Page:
Chicago Tribune – October 20, 2022
Former President Donald Trump has offered to negotiate peace between Russia and Ukraine, a bizarre concept that illustrates just how far America has fallen from the days when leaders of both major parties collaborated to support global democracy.
Eighty years ago, in the midst of World War II, Republican leader Wendell Willkie traveled around the world on a tour that Democratic President Franklin D. Roosevelt backed in an effort to bolster America’s attack on fascism. Willkie’s trip, which lasted from August to October 1942, was a stunning display of America’s powerful bipartisan defense of democracy.
Like Trump today, Willkie was his party’s most recent unsuccessful presidential nominee – he lost the election of 1940 – and was preparing another run for the presidency. Despite the risks, FDR provided a US Army plane and crew for Willkie’s trip, explaining that it would show the world “we have unity, and that we are going all out.”
Willkie was part of a Republican alliance with Roosevelt that included former Republican Secretary of State Henry Stimson, who in 1940 became FDR’s Secretary of War. The two Republicans helped convince Congress to approve FDR’s Lend Lease program for sending arms to America’s allies.
Trump made his suggestion about negotiating an end to the war in Ukraine on September 28, shortly after an explosion damaged gas pipelines beneath the Baltic Sea. He wrote on his Truth Social website, “Do not make matters worse with the pipeline blowup. Be strategic, be smart (brilliant!), get a negotiated deal done NOW. Both sides need it. The entire World is at stake. I will head up group???”
Trump’s musing might be rejected as just another in a spate of wishes that the war would stop. Even the world’s richest man, Elon Musk, has offered a peace plan – on Twitter! But there are signs that some people consider Trump’s involvement a good idea.
On October 11, Viktor Orban, the conservative prime minister of Hungary, embraced the concept that Trump could resolve the conflict. “The hope for peace is Donald Trump,” Orban said.
Trump is oddly suited for such a role. He and Russian tyrant Vladimir Putin are cut from the same cloth. They dismiss the tenets of democracy and the rule of law, valuing instead untrammeled power. In February, when Putin announced he was sending Russian forces into Ukraine, Trump praised the move as “genius” and “savvy.”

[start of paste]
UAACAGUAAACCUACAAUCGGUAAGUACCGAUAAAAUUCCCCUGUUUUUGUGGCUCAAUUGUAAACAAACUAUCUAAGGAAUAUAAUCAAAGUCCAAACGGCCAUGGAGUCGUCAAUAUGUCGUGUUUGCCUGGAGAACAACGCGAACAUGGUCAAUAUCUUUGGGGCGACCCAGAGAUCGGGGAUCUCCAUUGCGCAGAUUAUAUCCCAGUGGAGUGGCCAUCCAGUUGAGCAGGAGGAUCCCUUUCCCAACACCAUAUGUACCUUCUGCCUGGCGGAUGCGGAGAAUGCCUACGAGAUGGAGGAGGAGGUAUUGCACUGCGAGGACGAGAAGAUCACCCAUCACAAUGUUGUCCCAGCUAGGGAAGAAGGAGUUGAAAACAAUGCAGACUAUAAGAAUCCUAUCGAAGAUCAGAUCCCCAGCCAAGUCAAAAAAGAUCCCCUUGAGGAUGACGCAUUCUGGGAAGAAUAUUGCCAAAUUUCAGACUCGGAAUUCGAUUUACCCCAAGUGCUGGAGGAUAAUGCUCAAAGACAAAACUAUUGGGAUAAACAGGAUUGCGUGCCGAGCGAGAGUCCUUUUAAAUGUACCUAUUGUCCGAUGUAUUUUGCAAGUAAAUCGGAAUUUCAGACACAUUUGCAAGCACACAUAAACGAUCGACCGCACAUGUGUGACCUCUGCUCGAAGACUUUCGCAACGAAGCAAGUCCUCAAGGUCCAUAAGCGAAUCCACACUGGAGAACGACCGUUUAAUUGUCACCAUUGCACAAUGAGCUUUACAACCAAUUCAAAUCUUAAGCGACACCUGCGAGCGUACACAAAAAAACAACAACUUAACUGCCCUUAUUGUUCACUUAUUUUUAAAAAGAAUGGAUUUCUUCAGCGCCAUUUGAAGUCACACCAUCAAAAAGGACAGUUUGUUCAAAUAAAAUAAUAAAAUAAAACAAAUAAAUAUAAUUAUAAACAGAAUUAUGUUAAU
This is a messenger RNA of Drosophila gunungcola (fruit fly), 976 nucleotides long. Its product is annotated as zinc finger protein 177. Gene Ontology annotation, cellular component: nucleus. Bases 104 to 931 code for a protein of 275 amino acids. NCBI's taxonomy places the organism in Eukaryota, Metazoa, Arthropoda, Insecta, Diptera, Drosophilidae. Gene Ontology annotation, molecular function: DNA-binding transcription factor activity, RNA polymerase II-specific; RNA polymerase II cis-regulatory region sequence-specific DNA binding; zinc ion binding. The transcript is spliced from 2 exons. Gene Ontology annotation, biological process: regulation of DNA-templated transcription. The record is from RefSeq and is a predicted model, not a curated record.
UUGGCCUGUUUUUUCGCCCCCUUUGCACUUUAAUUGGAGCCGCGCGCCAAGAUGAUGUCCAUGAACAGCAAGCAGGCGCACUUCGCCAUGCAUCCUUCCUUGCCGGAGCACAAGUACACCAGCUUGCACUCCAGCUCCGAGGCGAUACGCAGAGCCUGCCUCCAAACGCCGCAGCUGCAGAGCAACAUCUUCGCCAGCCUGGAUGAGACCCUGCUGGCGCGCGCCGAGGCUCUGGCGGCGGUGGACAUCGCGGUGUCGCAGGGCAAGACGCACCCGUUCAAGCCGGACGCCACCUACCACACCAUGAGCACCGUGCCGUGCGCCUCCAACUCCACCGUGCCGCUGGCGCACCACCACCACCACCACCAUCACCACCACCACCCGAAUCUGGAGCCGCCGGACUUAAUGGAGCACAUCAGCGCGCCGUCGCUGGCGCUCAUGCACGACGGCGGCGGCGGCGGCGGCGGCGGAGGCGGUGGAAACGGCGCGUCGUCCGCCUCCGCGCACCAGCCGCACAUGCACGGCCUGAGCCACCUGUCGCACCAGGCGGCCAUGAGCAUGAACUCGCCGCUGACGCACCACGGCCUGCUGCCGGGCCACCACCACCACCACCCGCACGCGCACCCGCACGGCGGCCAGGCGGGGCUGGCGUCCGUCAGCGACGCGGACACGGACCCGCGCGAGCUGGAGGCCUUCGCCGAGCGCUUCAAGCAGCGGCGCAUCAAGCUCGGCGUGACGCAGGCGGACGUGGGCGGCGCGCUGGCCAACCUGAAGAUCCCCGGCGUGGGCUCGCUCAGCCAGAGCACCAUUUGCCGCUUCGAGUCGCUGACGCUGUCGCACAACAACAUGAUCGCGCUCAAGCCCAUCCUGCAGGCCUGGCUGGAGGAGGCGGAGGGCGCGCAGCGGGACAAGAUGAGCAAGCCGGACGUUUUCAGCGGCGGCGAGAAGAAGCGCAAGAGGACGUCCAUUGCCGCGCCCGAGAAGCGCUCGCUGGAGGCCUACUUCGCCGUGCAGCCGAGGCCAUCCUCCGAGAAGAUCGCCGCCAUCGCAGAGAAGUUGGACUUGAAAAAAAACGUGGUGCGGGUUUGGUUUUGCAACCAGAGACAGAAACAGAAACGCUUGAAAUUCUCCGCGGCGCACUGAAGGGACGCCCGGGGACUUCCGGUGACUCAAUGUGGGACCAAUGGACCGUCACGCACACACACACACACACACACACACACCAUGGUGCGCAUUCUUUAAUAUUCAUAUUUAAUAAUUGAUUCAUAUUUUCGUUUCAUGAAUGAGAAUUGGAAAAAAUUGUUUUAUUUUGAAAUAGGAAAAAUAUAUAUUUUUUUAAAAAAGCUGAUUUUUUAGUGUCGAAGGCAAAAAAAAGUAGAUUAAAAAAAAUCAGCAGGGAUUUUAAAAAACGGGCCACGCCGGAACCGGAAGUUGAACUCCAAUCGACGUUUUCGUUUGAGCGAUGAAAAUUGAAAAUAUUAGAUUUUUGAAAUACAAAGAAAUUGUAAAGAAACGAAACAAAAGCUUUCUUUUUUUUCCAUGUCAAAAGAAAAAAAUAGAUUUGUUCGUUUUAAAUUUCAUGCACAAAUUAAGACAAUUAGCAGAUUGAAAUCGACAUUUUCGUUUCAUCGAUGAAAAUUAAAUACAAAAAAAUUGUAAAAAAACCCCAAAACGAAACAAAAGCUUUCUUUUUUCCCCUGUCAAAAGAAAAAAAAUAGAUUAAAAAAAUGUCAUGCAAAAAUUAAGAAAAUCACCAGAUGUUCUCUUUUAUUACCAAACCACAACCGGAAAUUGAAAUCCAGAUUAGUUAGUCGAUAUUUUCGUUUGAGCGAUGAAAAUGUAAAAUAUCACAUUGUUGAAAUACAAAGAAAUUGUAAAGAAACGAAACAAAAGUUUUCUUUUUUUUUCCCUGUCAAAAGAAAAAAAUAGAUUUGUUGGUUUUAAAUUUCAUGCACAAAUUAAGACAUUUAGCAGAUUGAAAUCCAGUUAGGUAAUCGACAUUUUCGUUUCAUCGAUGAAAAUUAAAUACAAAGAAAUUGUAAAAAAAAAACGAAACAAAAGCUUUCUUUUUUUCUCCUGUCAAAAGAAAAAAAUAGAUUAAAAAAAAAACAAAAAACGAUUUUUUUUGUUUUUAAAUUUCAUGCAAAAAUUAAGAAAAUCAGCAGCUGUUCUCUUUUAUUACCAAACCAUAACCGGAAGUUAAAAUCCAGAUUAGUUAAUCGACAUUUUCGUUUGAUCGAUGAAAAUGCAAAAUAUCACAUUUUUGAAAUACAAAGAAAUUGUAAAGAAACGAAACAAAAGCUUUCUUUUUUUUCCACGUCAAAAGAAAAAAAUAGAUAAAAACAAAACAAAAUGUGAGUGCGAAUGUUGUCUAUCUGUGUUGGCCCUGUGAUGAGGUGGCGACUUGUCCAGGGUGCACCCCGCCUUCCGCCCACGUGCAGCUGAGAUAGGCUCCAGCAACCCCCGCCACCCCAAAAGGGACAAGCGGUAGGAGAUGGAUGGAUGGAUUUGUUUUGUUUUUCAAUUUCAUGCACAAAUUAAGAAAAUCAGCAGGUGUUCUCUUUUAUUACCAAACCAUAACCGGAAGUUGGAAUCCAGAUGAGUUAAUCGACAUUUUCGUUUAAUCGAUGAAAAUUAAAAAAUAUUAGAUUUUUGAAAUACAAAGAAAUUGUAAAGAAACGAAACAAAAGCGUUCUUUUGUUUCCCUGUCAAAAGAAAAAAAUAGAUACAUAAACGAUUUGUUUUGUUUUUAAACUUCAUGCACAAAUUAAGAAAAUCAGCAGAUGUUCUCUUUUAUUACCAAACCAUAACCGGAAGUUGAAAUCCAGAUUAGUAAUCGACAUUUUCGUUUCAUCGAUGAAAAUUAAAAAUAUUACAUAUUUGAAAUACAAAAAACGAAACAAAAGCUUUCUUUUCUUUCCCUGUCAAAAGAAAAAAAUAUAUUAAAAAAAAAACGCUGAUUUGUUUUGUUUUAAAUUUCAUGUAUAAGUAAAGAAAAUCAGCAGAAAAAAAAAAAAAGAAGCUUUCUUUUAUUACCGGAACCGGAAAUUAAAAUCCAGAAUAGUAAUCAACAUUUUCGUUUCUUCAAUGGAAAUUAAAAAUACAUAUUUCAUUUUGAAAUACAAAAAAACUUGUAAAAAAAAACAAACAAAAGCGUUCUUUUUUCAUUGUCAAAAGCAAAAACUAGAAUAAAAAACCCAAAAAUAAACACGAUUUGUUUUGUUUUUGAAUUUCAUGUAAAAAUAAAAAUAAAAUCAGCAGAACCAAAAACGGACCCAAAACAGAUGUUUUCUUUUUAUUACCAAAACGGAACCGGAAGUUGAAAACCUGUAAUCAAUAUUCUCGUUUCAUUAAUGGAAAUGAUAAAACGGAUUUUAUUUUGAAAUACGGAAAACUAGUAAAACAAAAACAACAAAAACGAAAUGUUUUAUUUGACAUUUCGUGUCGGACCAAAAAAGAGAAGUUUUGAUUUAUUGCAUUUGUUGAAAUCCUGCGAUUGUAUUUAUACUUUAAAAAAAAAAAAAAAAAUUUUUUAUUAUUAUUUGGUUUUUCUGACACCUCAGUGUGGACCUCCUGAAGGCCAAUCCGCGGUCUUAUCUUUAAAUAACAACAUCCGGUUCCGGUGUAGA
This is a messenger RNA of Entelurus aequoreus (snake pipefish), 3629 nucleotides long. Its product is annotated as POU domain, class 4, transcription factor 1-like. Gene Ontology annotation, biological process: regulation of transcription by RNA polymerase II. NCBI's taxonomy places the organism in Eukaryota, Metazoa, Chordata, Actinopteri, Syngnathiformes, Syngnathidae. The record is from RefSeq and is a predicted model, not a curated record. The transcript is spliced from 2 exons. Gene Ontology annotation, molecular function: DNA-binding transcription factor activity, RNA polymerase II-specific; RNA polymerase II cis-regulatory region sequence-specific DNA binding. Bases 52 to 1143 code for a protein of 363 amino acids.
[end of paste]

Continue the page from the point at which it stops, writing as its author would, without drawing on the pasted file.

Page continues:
Trump’s bond with Putin might give him an entrée to urge the Russian dictator to stop his criminal war. By all means, Trump should have at it. He probably has a private phone number for his strongman pal Vladimir.
In May, Russia banned Biden and nearly 1,000 other Americans from entering Russia – but not Trump. So Putin could now easily invite Trump to the Kremlin for talks.
Donald Trump, however, is no Wendell Willkie. Far from supporting America’s allies in the struggle against fascism, Trump has opposed sending Ukraine aid. In May, when Congress was debating sending $40 billion in aid to Ukraine, Trump derided the bill and 11 of his Republican followers in Congress voted against it.
In contrast with Willkie’s clarion call for democracy, Trump has lauded Putin and other foreign dictators. Trump also tried to overturn the 2020 presidential election, sending his supporters to the US Capitol on Jan. 6, 2021, to further his anti-democratic plot. Trump is not an apostle of democracy — he is its nemesis.
It is true that President Biden would be wise to draw from FDR’s playbook and collaborate closely with prominent Republicans to protect democracy. That’s because there are signs that the Republican Party, which is expected to control the House of Representatives in the next Congress, will turn against aid to Ukraine.
Biden could, for instance, forge a bipartisan alliance in support of Ukrainian democracy with the Senate Minority Leader, Mitch McConnell of Kentucky, who visited Kyiv with other Republicans in May and who has vigorously supported military aid for Ukraine.
But it would be both morally bankrupt and politically unwise for President Biden to bring the the Republican Party’s leader, Donald Trump, into any effort to negotiate for peace and democracy in Ukraine.